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Patients face Discrimination at Work and School

When Kaitlin McKeon was confronted with the results of her drug test, she already knew what it would show: positive for marijuana. Before she'd even enrolled in the nursing program at Nova Southeastern University, the bubbly then-23-year-old had told school officials she had a medical marijuana card and used the drug to relieve her chronic stomach pain.

The surprise was the next part: Because she'd failed the test, she was being recommended for dismissal. The director of the school's entry-level nursing program, Lori Lupe, handed the eager, first-year student a letter declaring she had violated the school's zero-tolerance drug policy. McKeon was so stunned she barely defended herself. She left the February 2018 meeting and cried.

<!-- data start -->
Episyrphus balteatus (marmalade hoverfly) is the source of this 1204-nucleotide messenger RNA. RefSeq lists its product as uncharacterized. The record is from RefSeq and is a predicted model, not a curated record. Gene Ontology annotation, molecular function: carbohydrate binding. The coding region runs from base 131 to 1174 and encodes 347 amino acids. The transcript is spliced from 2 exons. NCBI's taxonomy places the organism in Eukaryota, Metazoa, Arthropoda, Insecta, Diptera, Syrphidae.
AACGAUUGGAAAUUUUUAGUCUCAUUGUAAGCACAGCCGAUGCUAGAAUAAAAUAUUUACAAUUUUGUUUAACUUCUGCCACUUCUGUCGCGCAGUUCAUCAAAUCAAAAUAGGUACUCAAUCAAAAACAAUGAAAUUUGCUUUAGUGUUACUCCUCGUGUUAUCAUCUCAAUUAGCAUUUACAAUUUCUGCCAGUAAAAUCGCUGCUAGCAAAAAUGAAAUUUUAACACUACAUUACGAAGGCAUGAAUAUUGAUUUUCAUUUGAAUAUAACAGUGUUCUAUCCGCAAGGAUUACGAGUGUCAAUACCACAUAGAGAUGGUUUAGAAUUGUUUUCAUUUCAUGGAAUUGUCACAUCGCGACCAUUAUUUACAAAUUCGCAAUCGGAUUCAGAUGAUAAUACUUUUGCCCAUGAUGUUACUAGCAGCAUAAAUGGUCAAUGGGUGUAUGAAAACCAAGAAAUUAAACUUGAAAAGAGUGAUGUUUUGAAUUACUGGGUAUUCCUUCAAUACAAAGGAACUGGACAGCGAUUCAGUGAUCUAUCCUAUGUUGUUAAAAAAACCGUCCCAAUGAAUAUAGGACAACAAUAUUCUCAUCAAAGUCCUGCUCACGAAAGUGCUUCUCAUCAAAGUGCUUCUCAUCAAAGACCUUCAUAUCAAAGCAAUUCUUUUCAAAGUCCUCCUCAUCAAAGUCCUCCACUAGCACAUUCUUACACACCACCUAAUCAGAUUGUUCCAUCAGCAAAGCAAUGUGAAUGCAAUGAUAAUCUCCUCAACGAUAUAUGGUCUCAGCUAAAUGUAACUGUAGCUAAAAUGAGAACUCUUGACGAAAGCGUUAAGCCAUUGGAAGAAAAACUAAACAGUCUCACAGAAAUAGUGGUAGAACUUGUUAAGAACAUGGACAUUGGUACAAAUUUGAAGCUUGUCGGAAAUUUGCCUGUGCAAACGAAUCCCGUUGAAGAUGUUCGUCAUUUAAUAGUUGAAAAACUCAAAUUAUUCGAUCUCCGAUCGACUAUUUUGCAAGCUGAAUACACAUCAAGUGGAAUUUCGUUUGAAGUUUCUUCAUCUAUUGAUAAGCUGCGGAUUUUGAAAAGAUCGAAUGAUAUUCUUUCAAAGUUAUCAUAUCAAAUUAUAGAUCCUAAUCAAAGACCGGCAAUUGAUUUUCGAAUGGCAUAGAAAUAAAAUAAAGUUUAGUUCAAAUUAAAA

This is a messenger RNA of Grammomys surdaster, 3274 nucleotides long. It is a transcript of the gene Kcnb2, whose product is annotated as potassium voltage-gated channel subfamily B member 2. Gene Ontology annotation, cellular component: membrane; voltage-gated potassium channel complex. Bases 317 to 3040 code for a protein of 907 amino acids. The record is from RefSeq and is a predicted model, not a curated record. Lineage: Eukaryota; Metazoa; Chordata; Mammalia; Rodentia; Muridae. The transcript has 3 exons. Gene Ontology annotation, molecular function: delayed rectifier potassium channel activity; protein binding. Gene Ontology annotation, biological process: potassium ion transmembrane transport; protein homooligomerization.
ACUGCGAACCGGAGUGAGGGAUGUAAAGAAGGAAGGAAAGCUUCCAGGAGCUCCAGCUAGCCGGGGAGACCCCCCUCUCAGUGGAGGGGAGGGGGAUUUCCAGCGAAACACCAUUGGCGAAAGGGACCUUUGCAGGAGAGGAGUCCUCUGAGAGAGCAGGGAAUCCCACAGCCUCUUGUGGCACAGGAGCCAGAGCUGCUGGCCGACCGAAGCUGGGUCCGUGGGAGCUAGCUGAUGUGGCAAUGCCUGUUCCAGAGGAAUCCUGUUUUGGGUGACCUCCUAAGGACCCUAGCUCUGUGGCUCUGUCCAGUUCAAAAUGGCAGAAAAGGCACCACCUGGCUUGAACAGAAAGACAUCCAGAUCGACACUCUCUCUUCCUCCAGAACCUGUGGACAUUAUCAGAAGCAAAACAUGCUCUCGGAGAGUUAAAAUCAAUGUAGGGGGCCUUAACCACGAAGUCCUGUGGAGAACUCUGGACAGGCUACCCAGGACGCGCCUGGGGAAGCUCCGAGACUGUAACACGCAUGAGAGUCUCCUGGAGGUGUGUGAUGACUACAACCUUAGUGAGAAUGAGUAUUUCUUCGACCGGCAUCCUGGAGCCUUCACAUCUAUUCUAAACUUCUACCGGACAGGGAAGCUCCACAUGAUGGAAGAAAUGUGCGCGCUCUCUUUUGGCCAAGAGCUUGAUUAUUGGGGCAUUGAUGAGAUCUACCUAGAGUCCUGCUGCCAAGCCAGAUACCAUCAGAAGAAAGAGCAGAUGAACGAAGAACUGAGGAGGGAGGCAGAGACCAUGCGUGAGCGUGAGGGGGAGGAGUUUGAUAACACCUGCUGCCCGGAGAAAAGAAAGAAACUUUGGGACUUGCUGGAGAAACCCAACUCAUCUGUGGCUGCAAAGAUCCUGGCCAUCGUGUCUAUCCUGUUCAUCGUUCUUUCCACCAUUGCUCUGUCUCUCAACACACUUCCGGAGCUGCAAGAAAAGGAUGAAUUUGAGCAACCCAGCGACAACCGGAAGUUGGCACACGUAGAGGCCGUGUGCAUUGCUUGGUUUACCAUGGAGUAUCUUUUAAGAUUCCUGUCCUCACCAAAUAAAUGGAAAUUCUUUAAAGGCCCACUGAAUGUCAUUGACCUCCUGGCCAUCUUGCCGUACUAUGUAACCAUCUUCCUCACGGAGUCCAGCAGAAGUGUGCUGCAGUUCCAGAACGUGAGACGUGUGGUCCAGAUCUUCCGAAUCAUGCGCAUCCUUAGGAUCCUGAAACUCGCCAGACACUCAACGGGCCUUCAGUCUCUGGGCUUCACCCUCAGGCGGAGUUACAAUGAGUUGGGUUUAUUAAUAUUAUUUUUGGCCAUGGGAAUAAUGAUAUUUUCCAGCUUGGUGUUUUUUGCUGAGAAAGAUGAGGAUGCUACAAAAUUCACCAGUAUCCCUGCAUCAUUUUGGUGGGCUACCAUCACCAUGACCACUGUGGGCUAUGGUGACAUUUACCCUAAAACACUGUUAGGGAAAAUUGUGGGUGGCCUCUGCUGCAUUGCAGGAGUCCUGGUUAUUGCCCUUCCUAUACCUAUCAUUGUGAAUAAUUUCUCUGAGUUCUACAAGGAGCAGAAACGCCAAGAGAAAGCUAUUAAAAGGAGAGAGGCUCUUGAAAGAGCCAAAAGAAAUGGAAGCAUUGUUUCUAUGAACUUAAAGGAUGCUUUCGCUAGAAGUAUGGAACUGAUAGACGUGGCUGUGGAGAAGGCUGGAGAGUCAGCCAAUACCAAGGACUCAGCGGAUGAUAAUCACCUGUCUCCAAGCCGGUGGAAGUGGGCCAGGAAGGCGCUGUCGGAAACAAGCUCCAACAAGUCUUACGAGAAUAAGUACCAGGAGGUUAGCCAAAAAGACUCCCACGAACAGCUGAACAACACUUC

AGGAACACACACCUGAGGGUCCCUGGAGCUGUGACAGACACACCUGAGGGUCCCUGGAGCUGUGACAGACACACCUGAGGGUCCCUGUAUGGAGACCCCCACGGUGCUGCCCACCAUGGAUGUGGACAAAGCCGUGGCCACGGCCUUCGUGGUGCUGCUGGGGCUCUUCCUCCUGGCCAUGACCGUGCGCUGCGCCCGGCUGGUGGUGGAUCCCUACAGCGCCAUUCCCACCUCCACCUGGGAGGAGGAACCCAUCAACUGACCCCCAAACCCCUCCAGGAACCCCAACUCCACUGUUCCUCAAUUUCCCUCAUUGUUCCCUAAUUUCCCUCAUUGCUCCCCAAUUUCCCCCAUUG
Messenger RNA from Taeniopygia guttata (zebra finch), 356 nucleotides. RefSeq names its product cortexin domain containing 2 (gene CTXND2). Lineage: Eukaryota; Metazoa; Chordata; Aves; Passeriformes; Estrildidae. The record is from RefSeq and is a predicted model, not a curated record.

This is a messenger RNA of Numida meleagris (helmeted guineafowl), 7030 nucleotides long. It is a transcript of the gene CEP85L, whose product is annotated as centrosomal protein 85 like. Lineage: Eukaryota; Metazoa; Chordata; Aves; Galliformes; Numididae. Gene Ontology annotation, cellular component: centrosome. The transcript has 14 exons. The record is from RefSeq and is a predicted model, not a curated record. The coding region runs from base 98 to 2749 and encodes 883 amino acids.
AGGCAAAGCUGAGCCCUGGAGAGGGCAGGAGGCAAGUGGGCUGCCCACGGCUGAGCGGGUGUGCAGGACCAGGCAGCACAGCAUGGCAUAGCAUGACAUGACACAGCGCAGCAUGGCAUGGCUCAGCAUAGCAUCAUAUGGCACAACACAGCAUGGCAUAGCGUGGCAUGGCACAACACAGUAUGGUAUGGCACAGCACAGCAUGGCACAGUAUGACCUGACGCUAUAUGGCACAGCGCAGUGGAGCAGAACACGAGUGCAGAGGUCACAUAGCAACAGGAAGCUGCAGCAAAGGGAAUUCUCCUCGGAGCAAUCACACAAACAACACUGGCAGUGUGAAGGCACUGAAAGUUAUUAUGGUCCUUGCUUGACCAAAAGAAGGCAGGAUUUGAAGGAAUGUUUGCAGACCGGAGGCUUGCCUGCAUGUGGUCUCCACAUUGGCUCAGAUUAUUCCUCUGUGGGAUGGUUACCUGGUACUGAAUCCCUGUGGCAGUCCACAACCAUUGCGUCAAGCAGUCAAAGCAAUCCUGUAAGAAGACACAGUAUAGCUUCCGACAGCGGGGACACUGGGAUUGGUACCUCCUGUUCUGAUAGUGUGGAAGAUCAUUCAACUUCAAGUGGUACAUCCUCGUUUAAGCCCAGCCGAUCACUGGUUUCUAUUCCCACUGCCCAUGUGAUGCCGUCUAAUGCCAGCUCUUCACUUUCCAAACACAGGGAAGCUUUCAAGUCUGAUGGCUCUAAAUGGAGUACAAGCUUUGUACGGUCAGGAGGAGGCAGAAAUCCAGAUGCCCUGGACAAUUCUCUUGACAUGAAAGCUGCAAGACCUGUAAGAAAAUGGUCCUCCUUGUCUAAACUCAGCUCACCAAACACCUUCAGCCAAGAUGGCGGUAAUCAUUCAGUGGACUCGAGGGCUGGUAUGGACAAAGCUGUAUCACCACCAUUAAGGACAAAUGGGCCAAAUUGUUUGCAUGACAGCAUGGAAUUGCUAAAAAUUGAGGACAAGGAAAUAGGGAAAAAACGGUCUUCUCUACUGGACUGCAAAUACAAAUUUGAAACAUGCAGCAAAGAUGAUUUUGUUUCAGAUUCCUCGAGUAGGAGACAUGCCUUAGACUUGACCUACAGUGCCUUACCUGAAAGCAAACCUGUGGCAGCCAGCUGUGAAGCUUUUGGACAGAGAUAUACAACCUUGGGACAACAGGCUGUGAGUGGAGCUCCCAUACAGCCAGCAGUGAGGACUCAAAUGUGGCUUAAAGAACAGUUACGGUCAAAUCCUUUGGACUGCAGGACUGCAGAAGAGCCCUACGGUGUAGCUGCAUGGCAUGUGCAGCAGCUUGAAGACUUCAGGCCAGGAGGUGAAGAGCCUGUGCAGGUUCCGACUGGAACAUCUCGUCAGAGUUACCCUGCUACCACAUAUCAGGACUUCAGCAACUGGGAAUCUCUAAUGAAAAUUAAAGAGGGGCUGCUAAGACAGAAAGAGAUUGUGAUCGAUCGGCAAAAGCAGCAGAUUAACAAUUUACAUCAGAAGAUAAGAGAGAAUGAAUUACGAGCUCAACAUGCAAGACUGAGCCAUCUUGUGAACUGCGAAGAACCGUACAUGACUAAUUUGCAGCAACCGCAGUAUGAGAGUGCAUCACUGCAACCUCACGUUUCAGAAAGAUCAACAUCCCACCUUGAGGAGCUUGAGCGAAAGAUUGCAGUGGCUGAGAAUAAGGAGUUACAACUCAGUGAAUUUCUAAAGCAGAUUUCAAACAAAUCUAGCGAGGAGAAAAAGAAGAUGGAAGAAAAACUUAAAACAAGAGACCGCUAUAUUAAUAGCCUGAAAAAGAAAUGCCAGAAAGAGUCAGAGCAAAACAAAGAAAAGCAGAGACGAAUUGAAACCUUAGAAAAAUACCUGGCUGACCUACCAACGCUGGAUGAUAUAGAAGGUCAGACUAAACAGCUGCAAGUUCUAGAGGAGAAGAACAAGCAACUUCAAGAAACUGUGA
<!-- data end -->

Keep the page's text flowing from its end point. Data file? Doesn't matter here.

Initially recruited to swim at Nova Southeastern straight out of high school, McKeon had to postpone her college plans because of health problems that began with a severe stomach bleed. Now her life was being thrown off-course again — this time by the very thing that had finally helped her feel better.


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